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Animal Health & Nutrition

RSS By: Rick Lundquist, Dairy Today

Rick Lundquist is an independent nutrition and management consultant based in Duluth, Minn. He provides livestock production advice.

We’re Seeing High Aflatoxin Levels in 2013 Corn Silage

Aug 26, 2013

What you can do if you have corn silage that’s contaminated with aflatoxin.

Corn silage tests on the 2013 crop have shown high levels of aflatoxin in some areas. While most of the country still has corn in the field, tests coming in from the Southwest are showing high or very high levels of aflatoxin. Some dairies feeding 2013 silage have had to dump milk.

Total aflatoxin in feeds and foods like corn grain, cottonseed and peanuts is restricted by the FDA to 20 ppb. Aflatoxin B1 is the most toxic form of aflatoxin in feed and food. It is converted to aflatoxin M1 (AFM1) in milk. This is a less toxic metabolite, but nonetheless, it is more strictly regulated than B1 because of the high volume of dairy products consumed by humans. The FDA limits AFM1 to 0.5 ppb in milk, ensuring the safety of dairy products. About 1-3% of aflatoxin in feed is transferred to milk. So if, for example, a TMR contains an ingredient that is 100 ppb and it is 20% of the TMR, the AFM1 in milk could potentially be between .2 and .6 ppb.

The risk for aflatoxin in feeds and foods is higher in warm, humid areas or in drought stricken areas. It can develop in the seed or during storage.

So what do you do if you have a bunch of corn silage contaminated with aflatoxin? Unfortunately, if the aflatoxin levels are very high, the options are few.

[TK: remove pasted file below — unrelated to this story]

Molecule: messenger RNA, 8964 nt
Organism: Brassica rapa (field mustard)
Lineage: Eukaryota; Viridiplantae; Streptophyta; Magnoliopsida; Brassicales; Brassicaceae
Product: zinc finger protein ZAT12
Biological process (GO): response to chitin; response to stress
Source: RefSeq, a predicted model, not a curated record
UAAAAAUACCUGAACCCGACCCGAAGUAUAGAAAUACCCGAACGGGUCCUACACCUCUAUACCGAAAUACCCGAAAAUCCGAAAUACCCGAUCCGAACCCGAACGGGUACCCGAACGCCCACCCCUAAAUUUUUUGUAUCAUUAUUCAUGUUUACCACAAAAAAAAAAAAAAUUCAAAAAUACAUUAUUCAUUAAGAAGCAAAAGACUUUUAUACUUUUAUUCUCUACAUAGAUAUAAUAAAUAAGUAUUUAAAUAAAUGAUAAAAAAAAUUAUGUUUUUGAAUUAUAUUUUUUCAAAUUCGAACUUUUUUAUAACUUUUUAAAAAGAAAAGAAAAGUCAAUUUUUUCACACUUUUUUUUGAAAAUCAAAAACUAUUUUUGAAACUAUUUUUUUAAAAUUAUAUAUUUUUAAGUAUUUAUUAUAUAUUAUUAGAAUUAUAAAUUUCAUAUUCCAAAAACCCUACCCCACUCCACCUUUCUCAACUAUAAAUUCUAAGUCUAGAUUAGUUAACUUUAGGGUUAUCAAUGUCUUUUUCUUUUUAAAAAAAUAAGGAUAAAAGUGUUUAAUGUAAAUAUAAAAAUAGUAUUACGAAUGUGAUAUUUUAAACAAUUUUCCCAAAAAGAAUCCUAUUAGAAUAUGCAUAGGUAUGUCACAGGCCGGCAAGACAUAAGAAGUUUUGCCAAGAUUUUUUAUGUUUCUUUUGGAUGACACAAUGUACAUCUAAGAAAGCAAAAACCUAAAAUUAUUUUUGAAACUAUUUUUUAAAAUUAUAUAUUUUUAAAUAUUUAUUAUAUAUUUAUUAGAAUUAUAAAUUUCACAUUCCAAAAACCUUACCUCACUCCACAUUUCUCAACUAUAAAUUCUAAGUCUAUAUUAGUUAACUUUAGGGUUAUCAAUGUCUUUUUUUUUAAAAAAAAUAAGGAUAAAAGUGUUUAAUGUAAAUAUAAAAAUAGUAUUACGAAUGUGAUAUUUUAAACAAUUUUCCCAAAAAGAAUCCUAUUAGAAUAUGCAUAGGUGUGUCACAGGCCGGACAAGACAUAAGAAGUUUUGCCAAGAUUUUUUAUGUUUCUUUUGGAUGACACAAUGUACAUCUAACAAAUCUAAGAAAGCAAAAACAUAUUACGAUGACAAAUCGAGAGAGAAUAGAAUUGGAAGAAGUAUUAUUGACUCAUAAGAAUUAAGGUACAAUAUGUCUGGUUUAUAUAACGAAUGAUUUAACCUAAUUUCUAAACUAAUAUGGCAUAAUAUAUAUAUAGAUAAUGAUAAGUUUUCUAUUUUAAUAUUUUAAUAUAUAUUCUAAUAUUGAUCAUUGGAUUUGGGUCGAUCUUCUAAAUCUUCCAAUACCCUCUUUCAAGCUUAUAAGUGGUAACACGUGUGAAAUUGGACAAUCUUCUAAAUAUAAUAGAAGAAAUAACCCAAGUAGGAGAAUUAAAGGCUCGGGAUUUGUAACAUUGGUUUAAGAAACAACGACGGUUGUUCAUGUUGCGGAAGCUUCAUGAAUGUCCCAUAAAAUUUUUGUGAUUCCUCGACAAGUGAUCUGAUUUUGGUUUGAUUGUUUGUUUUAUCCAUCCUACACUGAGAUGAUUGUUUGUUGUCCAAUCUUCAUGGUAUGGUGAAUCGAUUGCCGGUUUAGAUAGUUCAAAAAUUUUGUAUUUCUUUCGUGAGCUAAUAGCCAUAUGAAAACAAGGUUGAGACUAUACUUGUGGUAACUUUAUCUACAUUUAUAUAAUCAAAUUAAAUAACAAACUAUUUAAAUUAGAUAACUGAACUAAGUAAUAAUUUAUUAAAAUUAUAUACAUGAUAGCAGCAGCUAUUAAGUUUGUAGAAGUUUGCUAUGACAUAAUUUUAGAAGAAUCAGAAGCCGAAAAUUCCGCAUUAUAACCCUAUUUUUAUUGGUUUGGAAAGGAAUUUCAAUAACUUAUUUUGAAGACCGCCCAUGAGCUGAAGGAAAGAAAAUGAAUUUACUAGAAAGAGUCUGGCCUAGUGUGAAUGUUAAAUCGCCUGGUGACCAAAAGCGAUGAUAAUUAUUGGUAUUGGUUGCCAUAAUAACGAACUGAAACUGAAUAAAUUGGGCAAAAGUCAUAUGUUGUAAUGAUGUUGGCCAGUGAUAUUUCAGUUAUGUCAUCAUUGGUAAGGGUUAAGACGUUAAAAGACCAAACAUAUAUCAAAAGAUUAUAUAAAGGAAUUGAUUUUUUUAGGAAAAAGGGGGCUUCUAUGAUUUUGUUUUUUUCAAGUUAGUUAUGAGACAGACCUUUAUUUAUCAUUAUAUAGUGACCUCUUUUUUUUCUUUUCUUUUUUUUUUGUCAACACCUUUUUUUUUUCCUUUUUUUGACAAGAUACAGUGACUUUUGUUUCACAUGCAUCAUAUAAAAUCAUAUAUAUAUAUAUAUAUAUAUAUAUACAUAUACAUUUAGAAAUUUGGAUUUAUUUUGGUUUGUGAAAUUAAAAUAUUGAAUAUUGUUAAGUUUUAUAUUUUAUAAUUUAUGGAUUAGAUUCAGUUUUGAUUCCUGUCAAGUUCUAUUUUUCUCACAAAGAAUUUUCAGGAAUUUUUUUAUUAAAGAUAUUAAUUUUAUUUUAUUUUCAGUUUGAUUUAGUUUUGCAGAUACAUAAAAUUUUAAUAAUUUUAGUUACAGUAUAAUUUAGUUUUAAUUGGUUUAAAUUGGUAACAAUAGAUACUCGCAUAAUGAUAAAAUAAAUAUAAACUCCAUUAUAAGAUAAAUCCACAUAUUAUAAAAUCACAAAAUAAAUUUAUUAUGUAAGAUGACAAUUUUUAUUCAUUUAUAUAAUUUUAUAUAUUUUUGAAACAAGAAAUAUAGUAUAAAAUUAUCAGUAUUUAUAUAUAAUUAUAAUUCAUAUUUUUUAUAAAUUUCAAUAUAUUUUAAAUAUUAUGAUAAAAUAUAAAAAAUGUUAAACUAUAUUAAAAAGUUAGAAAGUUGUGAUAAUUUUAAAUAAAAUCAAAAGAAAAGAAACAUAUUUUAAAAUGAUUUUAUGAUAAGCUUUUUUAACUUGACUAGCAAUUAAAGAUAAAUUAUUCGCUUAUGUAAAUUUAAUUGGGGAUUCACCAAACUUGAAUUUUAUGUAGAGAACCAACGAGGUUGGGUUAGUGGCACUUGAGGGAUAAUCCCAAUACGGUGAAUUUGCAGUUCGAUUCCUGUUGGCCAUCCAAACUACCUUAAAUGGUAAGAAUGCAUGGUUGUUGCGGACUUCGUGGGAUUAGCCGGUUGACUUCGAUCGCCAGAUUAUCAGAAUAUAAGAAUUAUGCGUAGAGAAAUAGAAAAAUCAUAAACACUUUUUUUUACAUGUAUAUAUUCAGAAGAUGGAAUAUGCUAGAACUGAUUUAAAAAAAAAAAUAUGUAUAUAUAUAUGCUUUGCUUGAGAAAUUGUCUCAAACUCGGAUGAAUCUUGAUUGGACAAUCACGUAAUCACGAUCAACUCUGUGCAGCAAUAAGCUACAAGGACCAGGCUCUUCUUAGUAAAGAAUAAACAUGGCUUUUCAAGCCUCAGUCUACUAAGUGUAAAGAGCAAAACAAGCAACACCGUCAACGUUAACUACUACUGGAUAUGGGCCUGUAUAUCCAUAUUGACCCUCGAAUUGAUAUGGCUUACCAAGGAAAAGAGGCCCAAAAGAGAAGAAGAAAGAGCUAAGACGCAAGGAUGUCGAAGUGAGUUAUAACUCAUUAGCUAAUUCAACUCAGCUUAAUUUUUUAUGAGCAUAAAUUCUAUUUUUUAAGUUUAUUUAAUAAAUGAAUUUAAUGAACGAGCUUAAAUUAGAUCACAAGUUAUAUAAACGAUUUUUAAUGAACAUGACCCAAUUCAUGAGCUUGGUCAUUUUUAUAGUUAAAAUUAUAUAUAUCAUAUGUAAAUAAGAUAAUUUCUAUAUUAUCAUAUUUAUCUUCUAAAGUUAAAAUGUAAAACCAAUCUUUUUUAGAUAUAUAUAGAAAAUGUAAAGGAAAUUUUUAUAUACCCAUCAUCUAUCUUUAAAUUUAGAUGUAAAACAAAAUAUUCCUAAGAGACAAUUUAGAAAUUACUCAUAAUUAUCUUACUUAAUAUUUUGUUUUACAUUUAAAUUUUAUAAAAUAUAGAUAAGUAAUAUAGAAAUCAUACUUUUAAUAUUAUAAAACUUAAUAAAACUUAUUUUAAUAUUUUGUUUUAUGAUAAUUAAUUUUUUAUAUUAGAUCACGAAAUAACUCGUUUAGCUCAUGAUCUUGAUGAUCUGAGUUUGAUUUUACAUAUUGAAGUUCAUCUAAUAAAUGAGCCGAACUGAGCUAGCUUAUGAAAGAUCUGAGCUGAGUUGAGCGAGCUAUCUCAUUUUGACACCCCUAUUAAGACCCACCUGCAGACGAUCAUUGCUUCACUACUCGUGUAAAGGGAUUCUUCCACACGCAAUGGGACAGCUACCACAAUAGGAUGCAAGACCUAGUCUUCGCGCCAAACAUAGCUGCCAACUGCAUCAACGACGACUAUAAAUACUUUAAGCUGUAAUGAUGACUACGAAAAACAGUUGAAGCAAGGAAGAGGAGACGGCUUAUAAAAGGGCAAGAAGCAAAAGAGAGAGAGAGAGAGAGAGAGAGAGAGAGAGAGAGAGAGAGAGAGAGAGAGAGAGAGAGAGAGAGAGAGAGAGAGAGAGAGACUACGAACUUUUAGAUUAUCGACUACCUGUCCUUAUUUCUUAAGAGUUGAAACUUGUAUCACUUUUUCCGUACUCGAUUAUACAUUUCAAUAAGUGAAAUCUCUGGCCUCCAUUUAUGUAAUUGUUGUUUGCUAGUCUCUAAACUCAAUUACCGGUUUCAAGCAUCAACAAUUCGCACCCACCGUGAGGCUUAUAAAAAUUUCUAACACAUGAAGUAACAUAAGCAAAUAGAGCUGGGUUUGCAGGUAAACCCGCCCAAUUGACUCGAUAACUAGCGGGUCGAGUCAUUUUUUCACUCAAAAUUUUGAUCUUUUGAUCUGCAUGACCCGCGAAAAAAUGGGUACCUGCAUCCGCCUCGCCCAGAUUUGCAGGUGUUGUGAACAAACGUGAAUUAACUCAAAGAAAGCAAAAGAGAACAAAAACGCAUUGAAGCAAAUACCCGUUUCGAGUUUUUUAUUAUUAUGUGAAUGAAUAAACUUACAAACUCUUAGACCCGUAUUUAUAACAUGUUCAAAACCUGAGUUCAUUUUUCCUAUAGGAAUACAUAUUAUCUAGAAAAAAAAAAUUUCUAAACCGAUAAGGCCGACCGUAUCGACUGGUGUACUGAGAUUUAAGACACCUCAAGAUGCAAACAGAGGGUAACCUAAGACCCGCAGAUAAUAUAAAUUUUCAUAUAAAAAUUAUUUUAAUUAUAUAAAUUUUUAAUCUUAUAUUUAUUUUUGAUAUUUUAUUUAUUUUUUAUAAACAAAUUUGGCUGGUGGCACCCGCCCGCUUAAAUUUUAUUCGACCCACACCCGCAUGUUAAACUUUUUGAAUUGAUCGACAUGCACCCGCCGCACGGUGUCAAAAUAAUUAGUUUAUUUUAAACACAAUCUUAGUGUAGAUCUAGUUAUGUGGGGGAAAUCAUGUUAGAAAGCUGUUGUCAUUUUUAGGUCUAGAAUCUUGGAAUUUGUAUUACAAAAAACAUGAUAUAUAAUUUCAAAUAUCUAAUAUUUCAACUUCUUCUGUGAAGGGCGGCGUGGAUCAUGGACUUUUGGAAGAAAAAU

1. Minimize your risk from other sources – corn grain, cottonseed, peanut products.

2. Since there may be hot spots in a pit of corn silage, we really don’t know at any one time how much aflatoxin is in the silage we are feeding. Test both the corn silage and the TMR regularly if you think there is a risk of contamination. Send the feed to a certified lab and identify the feed, since labs may use different testing procedures for cereal grains, forages or TMRs.

3. Limit the amount of silage in the TMR to reduce the risk of transfer to milk.

4. Bentonite clay has been shown to bind aflatoxin from the gastrointestinal tract. Refined clay products such as Novasil and AB20 (called smectite or montmorillonite clays) are more effective. An inclusion rate of .5% of the dry matter has been shown to be effective, although higher levels may be required. Recent research has shown that trace mineral and vitamin depletion when feeding clays may not be an issue, as previously thought. However, higher vitamin E levels may be warranted as a precaution. Non-clay binders may be more wide-spectrum but are not as specific for aflatoxin.

5. Ammoniation has been used in Arizona as an approved method to detoxify cottonseed over 20 ppb for dairy cattle. This is also effective for corn silage, although more difficult to apply after it is ensiled.

6. It takes about 12-24 hours for aflatoxin in contaminated feed to appear in milk. It takes about 1-4 days for milk to clear after the feed has been removed or an effective binder is fed. 

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